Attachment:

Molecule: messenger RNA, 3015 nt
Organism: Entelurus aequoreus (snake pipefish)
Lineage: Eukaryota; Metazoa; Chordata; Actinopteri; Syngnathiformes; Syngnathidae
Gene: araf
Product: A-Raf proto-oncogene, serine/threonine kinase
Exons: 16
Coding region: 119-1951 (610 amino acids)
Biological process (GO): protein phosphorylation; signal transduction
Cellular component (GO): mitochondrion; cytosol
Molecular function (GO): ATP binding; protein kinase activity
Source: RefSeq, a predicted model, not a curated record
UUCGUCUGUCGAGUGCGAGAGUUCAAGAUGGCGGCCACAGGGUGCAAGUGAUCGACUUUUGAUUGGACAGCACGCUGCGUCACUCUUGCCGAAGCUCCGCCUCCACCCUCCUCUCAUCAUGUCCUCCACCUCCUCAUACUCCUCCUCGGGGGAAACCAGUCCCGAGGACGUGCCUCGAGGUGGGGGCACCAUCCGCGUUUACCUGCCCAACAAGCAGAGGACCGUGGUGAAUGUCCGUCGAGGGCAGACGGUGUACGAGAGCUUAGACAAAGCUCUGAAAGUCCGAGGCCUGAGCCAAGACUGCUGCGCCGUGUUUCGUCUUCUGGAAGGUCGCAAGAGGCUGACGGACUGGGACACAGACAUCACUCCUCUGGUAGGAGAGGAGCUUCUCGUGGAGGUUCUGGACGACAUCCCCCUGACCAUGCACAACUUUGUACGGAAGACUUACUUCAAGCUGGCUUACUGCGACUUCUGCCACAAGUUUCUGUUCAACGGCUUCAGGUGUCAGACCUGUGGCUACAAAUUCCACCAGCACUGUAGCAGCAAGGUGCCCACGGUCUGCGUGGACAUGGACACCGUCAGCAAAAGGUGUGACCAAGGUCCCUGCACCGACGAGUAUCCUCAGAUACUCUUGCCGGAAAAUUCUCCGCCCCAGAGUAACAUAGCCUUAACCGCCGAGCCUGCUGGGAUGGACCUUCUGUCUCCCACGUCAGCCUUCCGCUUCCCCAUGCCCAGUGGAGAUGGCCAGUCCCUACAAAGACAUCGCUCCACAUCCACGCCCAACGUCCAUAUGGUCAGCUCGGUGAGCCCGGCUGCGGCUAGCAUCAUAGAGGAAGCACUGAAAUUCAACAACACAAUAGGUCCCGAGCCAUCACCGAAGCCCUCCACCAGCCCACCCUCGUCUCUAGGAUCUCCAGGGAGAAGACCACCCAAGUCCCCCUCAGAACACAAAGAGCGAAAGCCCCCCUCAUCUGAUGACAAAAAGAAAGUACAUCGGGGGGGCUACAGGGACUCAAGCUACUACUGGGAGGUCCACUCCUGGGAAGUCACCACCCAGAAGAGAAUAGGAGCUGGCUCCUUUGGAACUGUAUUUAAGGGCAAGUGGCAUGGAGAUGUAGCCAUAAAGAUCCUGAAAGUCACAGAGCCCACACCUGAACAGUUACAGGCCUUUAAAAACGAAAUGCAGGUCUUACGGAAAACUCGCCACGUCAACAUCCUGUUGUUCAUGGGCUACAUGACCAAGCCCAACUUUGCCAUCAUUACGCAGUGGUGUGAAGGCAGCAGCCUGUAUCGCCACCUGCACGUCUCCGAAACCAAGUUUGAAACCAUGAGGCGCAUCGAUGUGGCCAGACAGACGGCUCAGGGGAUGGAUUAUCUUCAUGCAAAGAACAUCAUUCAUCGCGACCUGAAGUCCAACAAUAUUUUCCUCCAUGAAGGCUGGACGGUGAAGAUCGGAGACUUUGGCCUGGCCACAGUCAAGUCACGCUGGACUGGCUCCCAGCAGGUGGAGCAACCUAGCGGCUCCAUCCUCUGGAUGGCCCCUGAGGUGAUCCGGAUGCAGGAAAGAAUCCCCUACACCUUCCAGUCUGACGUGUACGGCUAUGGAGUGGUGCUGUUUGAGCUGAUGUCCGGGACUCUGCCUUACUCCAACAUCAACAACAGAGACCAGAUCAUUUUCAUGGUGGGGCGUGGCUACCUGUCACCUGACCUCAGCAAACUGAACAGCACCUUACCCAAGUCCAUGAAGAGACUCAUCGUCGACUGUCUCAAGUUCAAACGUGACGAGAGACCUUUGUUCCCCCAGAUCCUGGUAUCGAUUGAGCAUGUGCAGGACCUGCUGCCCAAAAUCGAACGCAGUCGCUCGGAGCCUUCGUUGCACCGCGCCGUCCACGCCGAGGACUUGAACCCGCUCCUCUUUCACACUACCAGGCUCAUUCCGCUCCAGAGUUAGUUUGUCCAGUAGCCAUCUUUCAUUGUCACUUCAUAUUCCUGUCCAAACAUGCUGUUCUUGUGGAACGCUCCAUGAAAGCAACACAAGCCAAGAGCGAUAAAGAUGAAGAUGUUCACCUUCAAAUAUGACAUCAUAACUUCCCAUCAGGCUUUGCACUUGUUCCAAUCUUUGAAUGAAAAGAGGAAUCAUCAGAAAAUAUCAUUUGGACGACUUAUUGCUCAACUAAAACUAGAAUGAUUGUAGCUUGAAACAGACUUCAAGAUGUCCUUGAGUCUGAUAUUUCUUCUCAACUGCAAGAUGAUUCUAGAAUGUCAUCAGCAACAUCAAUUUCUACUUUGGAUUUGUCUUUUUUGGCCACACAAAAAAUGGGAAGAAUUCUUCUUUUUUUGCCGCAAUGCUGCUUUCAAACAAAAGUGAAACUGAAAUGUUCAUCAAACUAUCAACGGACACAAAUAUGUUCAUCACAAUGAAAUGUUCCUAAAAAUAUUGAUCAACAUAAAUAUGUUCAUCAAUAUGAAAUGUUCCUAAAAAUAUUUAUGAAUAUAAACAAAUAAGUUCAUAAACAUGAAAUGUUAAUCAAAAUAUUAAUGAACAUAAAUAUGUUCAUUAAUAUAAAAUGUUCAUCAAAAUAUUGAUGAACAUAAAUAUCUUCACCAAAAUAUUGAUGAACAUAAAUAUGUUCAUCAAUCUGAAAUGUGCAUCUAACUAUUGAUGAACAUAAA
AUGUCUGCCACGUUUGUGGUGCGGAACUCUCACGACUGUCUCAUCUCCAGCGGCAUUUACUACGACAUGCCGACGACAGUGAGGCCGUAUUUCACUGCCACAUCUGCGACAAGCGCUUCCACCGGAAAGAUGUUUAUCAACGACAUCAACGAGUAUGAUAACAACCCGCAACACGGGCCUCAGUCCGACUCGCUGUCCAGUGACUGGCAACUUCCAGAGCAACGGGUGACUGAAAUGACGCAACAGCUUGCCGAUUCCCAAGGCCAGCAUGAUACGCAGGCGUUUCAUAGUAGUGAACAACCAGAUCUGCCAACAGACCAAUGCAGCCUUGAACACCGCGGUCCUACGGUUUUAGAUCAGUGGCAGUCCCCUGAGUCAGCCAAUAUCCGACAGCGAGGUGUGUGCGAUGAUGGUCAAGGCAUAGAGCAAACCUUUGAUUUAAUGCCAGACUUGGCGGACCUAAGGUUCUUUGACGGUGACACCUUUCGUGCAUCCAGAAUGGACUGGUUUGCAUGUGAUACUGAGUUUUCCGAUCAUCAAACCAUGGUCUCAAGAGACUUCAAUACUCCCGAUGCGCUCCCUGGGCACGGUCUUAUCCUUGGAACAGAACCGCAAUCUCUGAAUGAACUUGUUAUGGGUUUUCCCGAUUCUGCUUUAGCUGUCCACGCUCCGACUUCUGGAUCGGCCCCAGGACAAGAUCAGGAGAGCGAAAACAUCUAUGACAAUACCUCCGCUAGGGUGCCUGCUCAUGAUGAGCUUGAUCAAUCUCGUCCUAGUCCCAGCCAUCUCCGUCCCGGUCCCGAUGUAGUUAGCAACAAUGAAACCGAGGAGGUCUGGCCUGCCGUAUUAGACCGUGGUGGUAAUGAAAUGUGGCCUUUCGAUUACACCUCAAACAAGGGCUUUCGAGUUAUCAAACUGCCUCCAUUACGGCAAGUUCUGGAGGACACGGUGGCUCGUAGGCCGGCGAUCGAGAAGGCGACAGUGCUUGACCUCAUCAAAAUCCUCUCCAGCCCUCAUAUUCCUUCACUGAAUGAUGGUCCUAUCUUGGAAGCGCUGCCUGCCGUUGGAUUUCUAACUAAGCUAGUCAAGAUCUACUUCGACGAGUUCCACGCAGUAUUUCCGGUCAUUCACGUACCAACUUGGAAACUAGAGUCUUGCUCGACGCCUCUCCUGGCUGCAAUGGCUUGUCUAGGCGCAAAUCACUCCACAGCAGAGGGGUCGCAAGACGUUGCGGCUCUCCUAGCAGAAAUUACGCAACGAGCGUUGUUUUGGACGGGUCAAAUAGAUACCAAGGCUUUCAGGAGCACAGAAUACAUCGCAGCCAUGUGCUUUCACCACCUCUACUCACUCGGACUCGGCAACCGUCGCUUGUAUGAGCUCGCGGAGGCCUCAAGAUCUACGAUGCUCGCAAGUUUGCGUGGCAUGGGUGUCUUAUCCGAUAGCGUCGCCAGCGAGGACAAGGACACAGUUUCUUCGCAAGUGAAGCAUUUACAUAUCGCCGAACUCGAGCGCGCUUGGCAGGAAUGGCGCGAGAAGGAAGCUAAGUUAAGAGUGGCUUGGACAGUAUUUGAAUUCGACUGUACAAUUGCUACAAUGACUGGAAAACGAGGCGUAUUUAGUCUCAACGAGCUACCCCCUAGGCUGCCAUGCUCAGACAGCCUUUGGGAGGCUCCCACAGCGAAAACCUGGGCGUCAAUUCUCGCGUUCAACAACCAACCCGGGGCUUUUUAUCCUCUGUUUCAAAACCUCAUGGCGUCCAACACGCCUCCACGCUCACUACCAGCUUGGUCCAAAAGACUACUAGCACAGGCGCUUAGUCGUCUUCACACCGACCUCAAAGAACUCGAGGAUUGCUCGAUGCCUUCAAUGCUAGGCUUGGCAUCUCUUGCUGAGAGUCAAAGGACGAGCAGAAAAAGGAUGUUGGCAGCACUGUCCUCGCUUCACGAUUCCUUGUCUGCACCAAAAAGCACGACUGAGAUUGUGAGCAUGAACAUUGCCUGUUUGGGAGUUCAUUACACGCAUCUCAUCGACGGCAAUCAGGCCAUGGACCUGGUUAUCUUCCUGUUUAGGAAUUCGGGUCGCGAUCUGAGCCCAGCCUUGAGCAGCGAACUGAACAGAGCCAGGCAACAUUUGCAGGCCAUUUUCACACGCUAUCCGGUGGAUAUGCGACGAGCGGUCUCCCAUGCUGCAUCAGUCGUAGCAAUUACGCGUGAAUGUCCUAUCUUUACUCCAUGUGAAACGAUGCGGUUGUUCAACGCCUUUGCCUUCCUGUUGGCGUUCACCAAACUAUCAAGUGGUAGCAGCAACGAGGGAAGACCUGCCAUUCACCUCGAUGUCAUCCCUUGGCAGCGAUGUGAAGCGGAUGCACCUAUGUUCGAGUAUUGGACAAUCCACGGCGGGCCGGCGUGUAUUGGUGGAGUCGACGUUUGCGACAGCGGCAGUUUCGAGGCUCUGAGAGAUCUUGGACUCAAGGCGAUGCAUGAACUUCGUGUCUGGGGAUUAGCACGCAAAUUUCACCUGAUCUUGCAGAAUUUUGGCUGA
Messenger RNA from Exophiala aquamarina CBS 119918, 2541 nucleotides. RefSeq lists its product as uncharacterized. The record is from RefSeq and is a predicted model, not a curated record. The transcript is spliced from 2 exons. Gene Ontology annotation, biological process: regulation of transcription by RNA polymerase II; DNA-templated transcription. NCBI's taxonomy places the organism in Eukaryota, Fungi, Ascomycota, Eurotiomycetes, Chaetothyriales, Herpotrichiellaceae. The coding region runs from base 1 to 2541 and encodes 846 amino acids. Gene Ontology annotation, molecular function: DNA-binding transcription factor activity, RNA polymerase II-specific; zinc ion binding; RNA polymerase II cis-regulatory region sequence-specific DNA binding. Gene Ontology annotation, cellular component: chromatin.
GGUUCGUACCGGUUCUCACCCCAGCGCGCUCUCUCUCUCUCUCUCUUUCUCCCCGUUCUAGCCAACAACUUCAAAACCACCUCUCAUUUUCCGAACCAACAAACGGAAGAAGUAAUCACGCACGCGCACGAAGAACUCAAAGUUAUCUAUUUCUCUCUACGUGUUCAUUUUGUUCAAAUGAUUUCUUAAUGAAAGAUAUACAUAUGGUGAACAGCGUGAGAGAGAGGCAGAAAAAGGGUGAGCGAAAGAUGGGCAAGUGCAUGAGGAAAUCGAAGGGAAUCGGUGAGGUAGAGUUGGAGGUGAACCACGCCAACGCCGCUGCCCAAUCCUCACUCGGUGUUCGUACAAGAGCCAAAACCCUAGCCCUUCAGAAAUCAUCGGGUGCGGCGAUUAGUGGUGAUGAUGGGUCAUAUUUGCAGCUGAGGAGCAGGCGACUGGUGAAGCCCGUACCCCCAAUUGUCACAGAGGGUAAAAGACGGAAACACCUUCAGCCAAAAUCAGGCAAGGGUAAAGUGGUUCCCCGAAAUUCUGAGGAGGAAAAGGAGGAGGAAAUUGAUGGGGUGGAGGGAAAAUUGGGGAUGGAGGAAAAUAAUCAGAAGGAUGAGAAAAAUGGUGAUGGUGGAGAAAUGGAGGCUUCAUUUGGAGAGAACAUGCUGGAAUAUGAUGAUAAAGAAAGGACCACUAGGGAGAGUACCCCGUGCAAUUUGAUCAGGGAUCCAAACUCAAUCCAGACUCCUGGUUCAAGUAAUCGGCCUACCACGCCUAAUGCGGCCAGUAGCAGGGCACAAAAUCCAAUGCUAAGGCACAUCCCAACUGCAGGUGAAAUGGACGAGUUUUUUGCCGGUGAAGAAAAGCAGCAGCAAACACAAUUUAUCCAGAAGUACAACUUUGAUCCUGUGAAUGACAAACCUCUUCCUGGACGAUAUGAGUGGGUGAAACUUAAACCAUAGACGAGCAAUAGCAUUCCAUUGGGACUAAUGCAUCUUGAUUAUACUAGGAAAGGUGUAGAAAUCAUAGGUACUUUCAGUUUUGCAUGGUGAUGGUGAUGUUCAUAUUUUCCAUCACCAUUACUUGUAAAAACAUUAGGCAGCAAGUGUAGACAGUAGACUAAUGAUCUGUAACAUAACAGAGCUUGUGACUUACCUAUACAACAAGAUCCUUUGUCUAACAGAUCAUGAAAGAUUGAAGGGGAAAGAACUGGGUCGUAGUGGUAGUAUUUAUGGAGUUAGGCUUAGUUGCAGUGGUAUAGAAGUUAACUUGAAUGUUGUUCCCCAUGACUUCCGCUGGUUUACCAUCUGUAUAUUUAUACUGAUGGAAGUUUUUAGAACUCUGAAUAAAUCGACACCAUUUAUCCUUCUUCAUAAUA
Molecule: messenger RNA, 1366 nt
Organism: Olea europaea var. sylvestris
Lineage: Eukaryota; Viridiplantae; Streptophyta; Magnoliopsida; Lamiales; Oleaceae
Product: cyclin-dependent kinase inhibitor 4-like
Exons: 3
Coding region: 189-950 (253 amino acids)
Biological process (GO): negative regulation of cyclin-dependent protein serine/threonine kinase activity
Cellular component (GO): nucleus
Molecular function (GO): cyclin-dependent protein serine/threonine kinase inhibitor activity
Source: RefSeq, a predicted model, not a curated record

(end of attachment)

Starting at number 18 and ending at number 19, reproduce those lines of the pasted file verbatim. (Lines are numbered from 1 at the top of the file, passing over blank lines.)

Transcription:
Lineage: Eukaryota; Viridiplantae; Streptophyta; Magnoliopsida; Lamiales; Oleaceae
Product: cyclin-dependent kinase inhibitor 4-like